Aside from Damen my favourite character was Riley, Ever's ghostly kid sister. Forever frozen in time at the age of twelve she spends most of her time with Ever trying to live her dream of becoming a teenager. Riley's perfectly bratty, loveable and responsible for some of the most bittersweet moments in the book. Aside from Riley there's the suitably hateful Drina who leads Ever's friend Haven astray. Haven and Miles are Ever's only friends and they occupy the z-list table in the cafeteria at school.

Far too much goes on in Evermore to fit into one review. It tackles grief, identity, self-confidence, virginity and so much more but also does it with style. I found this book ridiculously addictive too and was glad to be able to reach for the follow-up (Blue Moon) as soon as I'd finished.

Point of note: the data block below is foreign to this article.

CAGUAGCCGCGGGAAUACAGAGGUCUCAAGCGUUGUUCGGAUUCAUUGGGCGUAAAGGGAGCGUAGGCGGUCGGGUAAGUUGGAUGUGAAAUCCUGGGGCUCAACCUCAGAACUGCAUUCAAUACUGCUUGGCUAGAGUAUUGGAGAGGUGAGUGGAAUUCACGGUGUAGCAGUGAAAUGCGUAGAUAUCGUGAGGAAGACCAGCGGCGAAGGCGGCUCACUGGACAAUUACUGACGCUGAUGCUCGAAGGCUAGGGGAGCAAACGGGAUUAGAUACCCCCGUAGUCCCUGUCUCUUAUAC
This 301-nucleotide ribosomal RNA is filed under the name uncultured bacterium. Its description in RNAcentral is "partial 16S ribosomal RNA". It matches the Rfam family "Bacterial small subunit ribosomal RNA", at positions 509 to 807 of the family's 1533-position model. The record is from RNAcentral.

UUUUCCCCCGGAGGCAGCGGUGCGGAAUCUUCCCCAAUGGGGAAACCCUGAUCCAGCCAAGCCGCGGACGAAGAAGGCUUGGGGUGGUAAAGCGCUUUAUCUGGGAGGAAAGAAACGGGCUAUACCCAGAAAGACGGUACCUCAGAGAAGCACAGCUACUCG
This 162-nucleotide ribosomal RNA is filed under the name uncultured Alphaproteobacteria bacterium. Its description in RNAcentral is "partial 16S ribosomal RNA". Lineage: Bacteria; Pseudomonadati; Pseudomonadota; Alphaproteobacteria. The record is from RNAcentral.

Monday, February 14, 2011

Random by Craig Robertson

Glasgow is being terrorised by a murderer the media have nicknamed ‘The Cutter’. But how do you catch a serial killer when even he doesn’t know who’s next?

Telling the story in his own words, The Cutter reveals the method, and motives, that drive him to kill again and again, in an escalating spree that leaves DS Rachel Narey and her team mystified.

I don’t normally read much crime fiction, but what hooked me was the idea of the story being told from the killer’s perspective- it’s not something I’d come across before and the concept appealed to me. It’s a different approach, and a daring one. I was intrigued to find out how Robertson would build The Cutter’s character, and balance the grim reality of him being a serial killer while making him someone you want to find out more about.

The Glasgow that the Cutter inhabits isn’t a pretty one; it’s claustrophobic, grubby and tired, even more when seen from his emotionally estranged point of view. Even though his victims are chosen at random, not all are innocent, and one death sends ripples through the seedy underbelly of the city that he skirts, and soon it isn’t just DS Narey that’s hunting the killer.